The hottest topic among SEO folks this week was the latest Panda update.
To recap, Panda is all about content. First rolled out in 2011, it’s an update that punishes ‘thin’, low quality and duplicate content.
Google is rolling out our Panda 4.0 update starting today.
— Matt Cutts (@mattcutts) May 20, 2014
As soon as Matt Cutts, head of webspam team at Google, confirmed that Panda 4.0 has rolled out, the analysis came fast and furiously. Here are 7 articles that help explain what Panda 4.0 is all about.
1. What every business needs to know about Google’s Panda 4.0 update
Michael Motherwell gives a nice overview (without much jargon) of Panda 4.0. “The goal of Google Panda updates is to get rid of weak content sites,” he shares. “Sites with ‘thin’ content, pages without a lot of unique and original information, usually disappear, while sites with detailed and in-depth content are rewarded.
If you’re wondering if your site has been affected, here’s the answer: “Sites with large amounts of shallow content, pages that don’t have much unique or interesting content on then, and sites with an overload of advertising are the most common sites to report a drop.”
2. Google’s latest search update is a reminder to focus on quality
On Entrepreneur, Jonathan Long answers common questions about Panda 4.0 and offers advice for those who are affected.
“If your search-engine optimization provider was using cheap, outsourced content on your website and you were hit by Panda, then it is time for a content audit,” he says. “It is possible to recover from a Google Panda penalty by rewriting content and adding new high-quality content to your website, although it isn’t an overnight process and it can be quite time consuming and costly.”
P.S. It’s never too late to focus on quality. “If you have been using lower quality content on your site and snuck by without being hit by Panda 4.0 then consider yourself lucky and take a step back to evaluate your content strategy.”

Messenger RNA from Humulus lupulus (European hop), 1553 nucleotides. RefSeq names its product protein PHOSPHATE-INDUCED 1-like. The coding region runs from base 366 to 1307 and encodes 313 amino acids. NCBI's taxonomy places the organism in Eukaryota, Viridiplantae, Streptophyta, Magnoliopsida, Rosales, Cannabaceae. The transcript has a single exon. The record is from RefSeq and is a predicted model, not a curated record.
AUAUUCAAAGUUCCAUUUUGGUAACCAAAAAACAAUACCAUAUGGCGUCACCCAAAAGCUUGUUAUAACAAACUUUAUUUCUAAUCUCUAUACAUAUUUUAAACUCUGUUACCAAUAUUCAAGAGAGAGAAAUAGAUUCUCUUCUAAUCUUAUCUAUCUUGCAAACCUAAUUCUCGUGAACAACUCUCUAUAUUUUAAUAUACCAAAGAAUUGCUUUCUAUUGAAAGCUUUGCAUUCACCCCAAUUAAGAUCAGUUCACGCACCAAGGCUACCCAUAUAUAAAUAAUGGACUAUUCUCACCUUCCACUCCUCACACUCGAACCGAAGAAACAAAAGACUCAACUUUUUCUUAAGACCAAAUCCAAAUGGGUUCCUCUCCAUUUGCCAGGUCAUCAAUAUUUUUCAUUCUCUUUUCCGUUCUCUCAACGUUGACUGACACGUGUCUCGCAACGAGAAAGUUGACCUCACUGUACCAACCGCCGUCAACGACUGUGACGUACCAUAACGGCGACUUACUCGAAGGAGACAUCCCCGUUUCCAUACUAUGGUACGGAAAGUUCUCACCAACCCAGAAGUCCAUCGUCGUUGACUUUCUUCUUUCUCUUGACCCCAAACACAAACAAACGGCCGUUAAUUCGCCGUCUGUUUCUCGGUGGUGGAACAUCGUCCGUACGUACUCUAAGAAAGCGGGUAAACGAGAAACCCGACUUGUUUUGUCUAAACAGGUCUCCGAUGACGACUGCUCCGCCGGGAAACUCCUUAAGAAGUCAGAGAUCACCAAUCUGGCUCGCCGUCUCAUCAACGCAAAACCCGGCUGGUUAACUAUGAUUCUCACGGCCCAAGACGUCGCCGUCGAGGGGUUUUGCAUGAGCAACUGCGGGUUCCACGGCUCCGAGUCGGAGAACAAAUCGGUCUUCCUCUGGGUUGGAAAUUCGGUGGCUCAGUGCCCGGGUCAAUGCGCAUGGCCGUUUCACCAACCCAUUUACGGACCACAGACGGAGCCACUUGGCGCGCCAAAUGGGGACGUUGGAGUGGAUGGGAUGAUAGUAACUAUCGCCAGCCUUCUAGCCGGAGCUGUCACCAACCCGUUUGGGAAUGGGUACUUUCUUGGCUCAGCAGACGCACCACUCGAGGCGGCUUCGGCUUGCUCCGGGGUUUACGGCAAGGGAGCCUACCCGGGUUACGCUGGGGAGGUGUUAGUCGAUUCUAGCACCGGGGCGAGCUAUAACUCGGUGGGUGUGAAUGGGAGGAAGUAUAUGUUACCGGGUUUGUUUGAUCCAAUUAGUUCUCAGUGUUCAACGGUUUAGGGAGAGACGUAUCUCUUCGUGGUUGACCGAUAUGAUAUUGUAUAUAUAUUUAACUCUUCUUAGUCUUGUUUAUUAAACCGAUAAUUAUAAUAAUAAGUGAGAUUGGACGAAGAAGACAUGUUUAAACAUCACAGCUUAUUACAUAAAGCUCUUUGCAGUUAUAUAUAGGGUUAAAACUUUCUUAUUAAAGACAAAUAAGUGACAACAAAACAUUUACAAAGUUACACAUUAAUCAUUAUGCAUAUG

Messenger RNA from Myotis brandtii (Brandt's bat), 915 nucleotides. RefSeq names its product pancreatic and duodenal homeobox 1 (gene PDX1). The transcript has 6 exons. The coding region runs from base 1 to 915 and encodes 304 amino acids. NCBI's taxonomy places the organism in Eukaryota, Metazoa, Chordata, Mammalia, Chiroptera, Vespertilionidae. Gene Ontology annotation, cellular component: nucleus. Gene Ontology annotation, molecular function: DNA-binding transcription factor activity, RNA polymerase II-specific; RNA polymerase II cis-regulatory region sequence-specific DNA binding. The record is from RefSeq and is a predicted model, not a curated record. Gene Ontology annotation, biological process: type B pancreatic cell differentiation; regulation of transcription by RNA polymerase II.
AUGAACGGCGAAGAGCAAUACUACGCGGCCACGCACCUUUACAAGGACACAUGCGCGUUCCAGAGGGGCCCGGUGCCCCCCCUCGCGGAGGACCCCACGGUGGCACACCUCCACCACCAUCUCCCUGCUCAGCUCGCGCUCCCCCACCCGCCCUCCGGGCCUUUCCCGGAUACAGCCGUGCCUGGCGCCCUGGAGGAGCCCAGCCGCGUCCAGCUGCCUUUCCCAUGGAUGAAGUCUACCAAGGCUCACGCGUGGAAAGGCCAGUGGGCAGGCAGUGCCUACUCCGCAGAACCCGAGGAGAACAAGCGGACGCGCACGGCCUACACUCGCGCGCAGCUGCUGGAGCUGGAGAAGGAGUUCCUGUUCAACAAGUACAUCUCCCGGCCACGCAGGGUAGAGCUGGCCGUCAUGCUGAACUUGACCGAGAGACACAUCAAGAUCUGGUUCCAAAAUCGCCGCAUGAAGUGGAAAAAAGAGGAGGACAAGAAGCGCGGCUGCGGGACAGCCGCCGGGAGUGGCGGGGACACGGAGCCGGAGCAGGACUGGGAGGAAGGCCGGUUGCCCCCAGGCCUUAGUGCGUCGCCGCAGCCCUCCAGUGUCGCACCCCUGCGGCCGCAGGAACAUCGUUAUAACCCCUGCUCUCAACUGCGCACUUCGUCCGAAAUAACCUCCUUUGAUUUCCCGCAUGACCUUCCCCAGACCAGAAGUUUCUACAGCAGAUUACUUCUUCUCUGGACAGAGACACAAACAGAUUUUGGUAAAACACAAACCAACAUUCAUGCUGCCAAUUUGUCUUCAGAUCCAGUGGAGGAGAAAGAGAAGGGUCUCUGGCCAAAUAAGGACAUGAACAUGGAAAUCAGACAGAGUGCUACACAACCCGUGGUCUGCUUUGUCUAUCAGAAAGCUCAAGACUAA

3. On Syndication, user engagement, indexation & keyword hoarding
On Search Engine Watch, Glenn Gabe shares his findings on how Panda 4.0 is affecting some of his clients. His top findings include:
- Syndication is bad, unless you’re set for it technically: “When reviewing the syndicated content on the sites in question, none of them had the optimal technical setup,” he writes. “For example, using rel=canonical to point to the original content on another domain (via the cross-domain canonical tag). Some content had links back to the original content on third-party websites, while other pieces of content did not.”
- Strong engagement is good SEO: “I saw poor user engagement (and bad user experience) get sites in trouble Panda-wise. As more and more companies reached out to me about fresh Panda 4.0 hits, I could clearly identify serious engagement issues once I dug in.”
- Keyword hoarding is a terrible idea: Sharing a case study, Glenn says, “The content on the site is definitely high quality, but there’s no way the homepage should have ranked for all of those keywords, especially when there were articles and posts on other websites specifically targeting torso and longer-tail terms. The site had been teed up to get smoked by Panda. And it finally did.”
4. Panda 4.0, Payday Loan 2.0 & eBay’s Very Bad Day
Dr. Peter J. Meyers reveals that Panda 4.0 resulted to eBay dropping out of the Big 10, Moz’s metric of the ten domains with the most “real estate” in the top 10. The drop was significantl—from #6 to #25. No conclusion was offered (“I’m sorry to say that it’s probably too soon to tell”), but the data in the post is interesting.
5. Deconstructing eBay.com’s Organic Loss Using SEMrush
Rishi Lakhani offers a detailed but somewhat technical hypothesis on why eBay was hit hard by Panda 4.0. It seems that all pages with “bhp” in the title are now being filtered out of Google searches. The conclusion seems to be that this is a manual Google update.
6. Google Panda 4.0’s biggest losers and winners
Business Insider lists which web brands got pinged by Panda 4.0—and which ones benefited. While eBay is getting the most attention, it’s actually ask.com who’s been hit the hardest. Glassdoor, emedicinehealth.com and medterms.com are among the winners.
“Publishers of original, interesting content have nothing to fear,” the article concludes.
7. How Marketers Can Brace for Google Panda 4.0 Update
Seth Besmertnik, CEO and co-founder of web presence management provider Conductor, chats with CMSWire about the history of Google’s Panda updates. He calls the latest update an opportunity.
“Panda is all about filtering out bad content that is spammy, aggregated or not useful,” he says. “You must make great content as Google has said for years.”
What do you think of Google’s latest algorithm update?